Cyprus’ Archbishop Predicts Leftist Presidential Hopeful Will Lose



Archbishop of Cyprus, Chrysostomos II (file photo)

The Archbishop of Cyprus, Chrysostomos II, has thrown his weight behind President Nicos Anastasiades, ahead of the incumbent’s run-off vote against a leftist challenger.

Anastasiades and communist-backed independent Stavros Malas will face off on Sunday to see who will become the eighth president of the Republic of Cyprus.

Speaking to reporters after a meeting with Anastasiades at the presidential palace in Nicosia on Friday, the clergyman predicted Malas “will not be elected”.

Malas has ruled out a rule for the church in appointing Cyprus’ education minister, if he is elected on Sunday.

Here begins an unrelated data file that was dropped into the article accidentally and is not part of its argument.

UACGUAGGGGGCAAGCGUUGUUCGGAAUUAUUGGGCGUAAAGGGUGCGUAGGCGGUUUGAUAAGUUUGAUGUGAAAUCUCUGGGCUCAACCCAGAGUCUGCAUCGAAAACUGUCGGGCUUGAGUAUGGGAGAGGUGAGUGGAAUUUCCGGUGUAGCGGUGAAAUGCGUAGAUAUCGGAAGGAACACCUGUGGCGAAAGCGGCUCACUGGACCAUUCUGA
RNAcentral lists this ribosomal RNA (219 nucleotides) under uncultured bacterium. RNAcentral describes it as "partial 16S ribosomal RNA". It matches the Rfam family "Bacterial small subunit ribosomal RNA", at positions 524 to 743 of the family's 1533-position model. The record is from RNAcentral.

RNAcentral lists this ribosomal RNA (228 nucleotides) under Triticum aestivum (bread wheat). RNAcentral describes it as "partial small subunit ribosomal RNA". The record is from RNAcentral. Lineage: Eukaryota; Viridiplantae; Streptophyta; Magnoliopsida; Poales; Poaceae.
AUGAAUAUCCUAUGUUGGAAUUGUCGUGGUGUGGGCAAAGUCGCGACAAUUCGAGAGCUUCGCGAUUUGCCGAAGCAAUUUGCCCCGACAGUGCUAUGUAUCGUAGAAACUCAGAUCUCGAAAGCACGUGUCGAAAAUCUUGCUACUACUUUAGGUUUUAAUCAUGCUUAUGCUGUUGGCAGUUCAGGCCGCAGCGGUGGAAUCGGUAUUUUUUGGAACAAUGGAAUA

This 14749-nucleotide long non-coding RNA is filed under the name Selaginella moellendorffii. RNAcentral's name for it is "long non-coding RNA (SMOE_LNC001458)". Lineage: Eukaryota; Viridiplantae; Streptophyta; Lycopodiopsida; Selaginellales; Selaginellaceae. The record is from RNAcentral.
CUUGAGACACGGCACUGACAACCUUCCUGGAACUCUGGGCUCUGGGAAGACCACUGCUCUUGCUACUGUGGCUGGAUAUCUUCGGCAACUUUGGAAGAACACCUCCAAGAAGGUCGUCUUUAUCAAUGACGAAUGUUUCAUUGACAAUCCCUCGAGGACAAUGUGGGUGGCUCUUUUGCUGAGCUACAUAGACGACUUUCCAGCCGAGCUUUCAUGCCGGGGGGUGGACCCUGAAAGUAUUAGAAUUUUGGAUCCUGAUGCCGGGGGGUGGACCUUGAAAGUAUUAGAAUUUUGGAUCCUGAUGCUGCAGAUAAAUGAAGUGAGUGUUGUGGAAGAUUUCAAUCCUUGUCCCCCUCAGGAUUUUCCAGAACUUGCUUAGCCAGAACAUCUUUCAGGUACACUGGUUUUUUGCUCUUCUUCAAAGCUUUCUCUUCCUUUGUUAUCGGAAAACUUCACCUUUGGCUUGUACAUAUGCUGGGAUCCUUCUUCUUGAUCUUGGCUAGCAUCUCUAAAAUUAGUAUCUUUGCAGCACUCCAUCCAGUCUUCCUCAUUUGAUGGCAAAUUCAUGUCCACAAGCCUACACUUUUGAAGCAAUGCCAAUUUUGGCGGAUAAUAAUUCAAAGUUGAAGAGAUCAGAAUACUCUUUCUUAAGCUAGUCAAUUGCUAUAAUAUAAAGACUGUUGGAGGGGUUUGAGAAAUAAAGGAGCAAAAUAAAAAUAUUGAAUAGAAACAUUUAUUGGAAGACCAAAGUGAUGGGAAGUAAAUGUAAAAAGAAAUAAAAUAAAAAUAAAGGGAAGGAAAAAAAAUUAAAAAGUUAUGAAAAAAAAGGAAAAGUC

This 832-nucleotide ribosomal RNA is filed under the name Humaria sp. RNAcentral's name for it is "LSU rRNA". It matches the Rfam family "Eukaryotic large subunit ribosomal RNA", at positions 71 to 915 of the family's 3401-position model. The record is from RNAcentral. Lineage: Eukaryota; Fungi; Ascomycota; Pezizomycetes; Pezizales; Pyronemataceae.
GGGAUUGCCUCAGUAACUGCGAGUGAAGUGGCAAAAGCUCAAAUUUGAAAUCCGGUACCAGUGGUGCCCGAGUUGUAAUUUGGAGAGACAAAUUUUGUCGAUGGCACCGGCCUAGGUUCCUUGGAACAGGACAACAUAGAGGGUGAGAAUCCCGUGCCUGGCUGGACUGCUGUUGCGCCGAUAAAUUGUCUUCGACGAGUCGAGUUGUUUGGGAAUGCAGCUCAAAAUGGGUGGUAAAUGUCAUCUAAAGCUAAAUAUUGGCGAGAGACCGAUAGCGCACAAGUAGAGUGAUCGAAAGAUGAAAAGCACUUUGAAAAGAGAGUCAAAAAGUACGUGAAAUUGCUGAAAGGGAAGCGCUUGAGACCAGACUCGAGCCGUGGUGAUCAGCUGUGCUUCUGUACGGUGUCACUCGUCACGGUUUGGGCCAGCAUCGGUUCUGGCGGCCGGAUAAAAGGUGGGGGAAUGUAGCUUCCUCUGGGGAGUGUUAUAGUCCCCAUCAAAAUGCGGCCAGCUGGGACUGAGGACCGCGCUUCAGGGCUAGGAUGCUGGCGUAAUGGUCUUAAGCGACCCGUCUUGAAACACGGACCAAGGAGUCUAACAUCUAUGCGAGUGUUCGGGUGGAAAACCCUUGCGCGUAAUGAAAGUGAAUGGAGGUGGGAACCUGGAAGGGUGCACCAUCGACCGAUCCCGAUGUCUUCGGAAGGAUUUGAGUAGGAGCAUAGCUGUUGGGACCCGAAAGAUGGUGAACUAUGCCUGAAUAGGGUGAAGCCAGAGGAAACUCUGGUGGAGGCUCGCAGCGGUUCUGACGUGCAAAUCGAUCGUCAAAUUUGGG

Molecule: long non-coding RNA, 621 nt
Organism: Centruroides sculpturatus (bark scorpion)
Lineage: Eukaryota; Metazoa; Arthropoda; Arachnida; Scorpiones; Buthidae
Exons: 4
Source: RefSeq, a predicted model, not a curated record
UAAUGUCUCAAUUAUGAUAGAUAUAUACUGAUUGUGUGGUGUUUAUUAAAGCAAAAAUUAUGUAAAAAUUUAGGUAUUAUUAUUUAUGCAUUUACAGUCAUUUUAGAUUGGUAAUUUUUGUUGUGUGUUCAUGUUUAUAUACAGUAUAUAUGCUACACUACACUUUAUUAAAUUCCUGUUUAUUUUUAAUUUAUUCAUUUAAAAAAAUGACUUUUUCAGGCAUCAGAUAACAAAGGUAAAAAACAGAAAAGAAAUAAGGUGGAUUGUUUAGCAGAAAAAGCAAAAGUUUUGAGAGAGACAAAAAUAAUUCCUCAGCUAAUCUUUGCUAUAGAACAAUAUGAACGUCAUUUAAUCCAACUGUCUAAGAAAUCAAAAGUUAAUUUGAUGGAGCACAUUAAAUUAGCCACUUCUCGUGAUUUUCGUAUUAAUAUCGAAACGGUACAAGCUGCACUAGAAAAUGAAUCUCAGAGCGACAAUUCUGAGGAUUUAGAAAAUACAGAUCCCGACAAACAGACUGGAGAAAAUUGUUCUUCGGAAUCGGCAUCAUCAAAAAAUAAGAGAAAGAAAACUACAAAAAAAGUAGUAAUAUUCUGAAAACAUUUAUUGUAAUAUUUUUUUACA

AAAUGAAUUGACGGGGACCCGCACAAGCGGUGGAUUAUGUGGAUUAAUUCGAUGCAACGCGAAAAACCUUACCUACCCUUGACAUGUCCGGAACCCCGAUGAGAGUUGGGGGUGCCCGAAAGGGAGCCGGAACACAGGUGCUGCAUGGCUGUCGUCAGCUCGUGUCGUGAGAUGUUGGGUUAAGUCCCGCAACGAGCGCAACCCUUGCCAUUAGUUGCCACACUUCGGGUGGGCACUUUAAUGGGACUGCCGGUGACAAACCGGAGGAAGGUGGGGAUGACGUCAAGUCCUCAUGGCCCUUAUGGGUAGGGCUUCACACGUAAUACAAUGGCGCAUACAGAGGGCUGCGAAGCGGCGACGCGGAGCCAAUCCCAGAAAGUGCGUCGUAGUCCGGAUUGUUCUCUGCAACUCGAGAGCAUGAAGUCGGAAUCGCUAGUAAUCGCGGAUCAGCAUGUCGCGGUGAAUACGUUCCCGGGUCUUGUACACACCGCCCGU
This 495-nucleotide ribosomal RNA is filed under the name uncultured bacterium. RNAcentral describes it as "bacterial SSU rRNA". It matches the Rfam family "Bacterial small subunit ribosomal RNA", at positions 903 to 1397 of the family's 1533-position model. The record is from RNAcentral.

Chrysostomos said the Orthodox Church would back Anastasiades in his bid for another five-year term.

Anastasiades had gone into Sunday’s election as the favorite in a campaign dominated by the economy and stalled efforts to reunify the divided island.

Among the nine candidates for the top job — all male — the center-right Democratic Rally leader was projected to win the first round.

However, although Cyprus’ economy has improved since 2013, failed UN-backed peace talks over reuniting the island in July last year, collapsed.


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